Biden talks energy, Russia with South Africa’s Ramaphosa

 U.S. President Joe Biden on Friday discussed relations with in a White House meeting with 's Cyril Ramaphosa, who has resisted joining Washington's campaign against Moscow for the war in .

Biden, who has led an international coalition to punish Russian President Vladimir Putin for the near-seven-month war in Ukraine, wants South Africa's help in efforts that include forcing Moscow to sell its oil at below-market rates. 

After a jovial greeting before the press, the two leaders spoke privately in the Oval Office for more than an hour on topics that included trade, climate and energy, the White House said.

They committed to addressing several of “the world's most urgent challenges over which we both share a concern, including the Russia-Ukraine conflict and its negative consequences for in Africa,” the White House said.

Biden also announced $45 million in funding for an $8.5 multinational venture aimed at accelerating the phasing out of coal-fired power generation in South Africa.

The additional U.S. funding for the Just Energy Transition Partnership comes at a time when declining natural gas and oil exports from Russia and Ukraine have boosted South African coal and set back decarbonization goals for one of the world's most carbon-intensive economies.

In recent weeks, Biden and his aides have been ramping up engagements with African countries as they cast a wary eye on investments and diplomacy by rivals Russia and on the continent. 

Ramaphosa has resisted calls to directly criticize Russia, instead opposing the use of force generally.

In March, he blamed NATO's eastward expansion for instability and said the conflict should be solved through mediation rather than Western-led sanctions that hurt “bystander countries.”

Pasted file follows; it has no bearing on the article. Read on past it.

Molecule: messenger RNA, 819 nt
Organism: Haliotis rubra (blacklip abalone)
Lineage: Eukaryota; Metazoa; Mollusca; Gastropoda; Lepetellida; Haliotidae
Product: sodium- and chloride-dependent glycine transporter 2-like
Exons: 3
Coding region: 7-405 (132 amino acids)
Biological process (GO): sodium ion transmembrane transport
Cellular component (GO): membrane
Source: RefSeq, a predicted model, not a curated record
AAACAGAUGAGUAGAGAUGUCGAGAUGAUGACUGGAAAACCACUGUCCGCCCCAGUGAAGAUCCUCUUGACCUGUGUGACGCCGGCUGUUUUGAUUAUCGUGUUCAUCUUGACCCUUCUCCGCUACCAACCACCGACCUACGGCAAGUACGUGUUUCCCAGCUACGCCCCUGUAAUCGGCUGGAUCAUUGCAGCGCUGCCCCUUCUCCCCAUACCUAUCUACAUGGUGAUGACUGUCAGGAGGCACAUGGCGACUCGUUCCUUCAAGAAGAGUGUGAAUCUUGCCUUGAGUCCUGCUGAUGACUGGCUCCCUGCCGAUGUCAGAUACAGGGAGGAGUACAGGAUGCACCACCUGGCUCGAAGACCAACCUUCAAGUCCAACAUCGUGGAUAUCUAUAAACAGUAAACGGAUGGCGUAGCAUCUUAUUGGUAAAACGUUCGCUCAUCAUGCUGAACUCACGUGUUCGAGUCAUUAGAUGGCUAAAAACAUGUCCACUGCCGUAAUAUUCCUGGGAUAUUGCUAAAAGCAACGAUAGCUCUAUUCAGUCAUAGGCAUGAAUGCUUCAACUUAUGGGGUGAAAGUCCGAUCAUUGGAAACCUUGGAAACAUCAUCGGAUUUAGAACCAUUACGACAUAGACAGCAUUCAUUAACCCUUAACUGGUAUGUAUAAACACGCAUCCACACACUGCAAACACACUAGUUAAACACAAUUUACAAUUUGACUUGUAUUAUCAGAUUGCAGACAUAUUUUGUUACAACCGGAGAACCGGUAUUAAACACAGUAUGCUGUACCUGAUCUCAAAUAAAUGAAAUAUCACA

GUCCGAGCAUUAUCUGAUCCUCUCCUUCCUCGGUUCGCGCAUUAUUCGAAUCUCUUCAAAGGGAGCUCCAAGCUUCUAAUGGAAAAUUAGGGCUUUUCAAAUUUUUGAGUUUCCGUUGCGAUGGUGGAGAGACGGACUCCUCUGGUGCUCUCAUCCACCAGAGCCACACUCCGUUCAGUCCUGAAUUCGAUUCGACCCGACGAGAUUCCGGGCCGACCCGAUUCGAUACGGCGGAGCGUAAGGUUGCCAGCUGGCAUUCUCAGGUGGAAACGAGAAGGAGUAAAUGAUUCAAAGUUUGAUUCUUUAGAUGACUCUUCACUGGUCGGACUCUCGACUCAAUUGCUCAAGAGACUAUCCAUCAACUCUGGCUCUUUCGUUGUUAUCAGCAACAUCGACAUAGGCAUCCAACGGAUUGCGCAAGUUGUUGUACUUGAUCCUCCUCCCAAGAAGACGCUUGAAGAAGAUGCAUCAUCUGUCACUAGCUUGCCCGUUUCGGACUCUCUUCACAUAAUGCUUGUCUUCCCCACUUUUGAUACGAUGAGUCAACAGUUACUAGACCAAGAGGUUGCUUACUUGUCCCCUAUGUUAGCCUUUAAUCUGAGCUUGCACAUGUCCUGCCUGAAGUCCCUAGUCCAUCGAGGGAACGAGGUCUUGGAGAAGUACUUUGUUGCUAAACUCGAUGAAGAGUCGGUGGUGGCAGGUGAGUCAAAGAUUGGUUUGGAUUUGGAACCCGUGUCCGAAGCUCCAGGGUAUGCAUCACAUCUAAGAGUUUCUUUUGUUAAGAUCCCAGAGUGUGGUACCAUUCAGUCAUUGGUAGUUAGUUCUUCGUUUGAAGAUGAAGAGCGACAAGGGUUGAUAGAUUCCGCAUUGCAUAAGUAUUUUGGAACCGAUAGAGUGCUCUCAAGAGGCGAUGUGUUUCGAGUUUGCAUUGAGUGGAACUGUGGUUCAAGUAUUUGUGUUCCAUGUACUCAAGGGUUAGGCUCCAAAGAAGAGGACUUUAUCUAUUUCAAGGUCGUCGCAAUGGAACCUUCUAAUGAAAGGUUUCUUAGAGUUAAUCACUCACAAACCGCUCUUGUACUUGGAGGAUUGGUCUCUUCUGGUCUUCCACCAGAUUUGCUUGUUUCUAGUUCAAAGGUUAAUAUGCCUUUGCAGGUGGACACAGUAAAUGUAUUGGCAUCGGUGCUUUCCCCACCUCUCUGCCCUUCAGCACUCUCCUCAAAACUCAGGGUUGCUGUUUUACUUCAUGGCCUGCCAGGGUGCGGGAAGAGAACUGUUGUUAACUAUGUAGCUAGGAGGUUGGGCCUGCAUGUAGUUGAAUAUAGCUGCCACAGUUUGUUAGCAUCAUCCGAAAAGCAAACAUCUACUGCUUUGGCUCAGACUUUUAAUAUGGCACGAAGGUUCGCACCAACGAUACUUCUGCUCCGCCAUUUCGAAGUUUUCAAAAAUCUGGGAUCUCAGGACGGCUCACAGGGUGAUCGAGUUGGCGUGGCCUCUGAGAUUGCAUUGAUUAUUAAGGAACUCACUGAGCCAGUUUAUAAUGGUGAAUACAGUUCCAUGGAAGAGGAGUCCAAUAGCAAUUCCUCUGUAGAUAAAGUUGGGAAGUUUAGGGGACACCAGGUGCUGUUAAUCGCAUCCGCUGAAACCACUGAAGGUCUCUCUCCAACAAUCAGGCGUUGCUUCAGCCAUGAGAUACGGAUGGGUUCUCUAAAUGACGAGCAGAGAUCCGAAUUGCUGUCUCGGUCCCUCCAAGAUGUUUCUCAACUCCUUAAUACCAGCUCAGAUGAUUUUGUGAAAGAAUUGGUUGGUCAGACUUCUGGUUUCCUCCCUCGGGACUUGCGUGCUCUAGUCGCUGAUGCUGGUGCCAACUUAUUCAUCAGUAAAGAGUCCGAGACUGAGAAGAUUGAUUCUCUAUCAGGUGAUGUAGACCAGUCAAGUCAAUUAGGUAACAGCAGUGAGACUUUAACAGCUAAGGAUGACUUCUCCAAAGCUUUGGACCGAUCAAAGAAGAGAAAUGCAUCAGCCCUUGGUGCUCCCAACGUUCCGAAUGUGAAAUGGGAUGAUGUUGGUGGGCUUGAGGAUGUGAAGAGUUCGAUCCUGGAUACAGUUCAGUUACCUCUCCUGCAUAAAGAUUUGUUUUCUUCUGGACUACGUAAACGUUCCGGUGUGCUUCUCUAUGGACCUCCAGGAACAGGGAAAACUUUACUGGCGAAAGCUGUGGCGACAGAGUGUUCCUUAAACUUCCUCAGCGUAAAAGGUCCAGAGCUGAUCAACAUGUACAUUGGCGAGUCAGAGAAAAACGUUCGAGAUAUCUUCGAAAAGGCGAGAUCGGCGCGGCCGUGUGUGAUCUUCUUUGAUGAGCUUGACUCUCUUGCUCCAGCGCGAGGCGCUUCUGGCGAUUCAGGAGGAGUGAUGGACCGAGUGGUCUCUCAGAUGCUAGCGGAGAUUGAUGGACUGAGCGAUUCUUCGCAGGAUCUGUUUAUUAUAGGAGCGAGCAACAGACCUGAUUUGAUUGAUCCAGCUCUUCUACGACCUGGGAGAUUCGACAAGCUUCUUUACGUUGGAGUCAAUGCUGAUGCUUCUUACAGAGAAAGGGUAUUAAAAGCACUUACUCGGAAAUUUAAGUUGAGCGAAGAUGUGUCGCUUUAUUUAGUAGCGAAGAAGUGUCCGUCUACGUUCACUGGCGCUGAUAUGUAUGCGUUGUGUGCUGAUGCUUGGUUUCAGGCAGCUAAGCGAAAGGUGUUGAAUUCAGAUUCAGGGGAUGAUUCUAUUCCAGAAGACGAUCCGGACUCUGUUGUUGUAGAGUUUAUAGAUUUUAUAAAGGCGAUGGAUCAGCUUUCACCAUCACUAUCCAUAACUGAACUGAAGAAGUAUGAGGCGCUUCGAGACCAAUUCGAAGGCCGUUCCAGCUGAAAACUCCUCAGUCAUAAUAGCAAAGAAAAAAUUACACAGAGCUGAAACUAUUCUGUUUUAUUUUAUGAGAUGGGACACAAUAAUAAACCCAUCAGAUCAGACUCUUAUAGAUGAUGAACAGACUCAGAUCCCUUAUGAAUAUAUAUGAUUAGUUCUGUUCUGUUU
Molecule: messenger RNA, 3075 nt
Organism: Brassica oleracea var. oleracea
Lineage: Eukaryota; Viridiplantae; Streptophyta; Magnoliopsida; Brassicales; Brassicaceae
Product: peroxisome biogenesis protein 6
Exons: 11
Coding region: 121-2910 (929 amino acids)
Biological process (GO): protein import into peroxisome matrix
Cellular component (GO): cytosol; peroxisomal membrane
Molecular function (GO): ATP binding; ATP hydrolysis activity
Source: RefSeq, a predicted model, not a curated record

South Africa was one of 17 African countries to abstain from the U.N. vote condemning Russia's assault.

“Our position on this is respected, it is known and recognized,” Ramaphosa told reporters after the meeting. “Clearly the conflict has to be resolved.

Our view is that it can best be resolved through dialogue and negotiations.”

Ramaphosa's African National Congress (ANC) party, which has governed South Africa since white minority rule ended in 1994, had strong ties to the former Soviet Union, which trained and supported anti-apartheid activists.

However, South Africa still enjoys a high level of diplomatic clout among Russia's rivals in the West relative to its economic size since its peaceful transition to democracy.

Last month, during a visit to South Africa, U.S. Secretary of State Antony Blinken said Washington would not dictate Africa's choices, after pledging to “do things differently,” following former President Donald Trump's insulting remarks about African countries. 

A bill passed by the U.S. House of Representatives in April would boost U.S. efforts to counter Russian influence in Africa.

“We have expressed our discomfort and our opposition,” Ramaphosa said in a video uploaded to Twitter.

“We should not be told by anyone who we associate with and we should never be put in positions where we have to choose who our friends are.”

Africans often resent being a theatre for competition between China, Russia and the Western order.

The Ukraine war exacerbated the longstanding rivalry over Africa's natural resources, trade and security ties.

War and inflation have pressured South Africa, where half of the population lived below the poverty line even before the war dried up Russia and Ukraine's grain and fertilizer exports.

Biden is due to host more leaders from the continent in December when ANC members will also decide whether to keep Ramaphosa as their party leader. 

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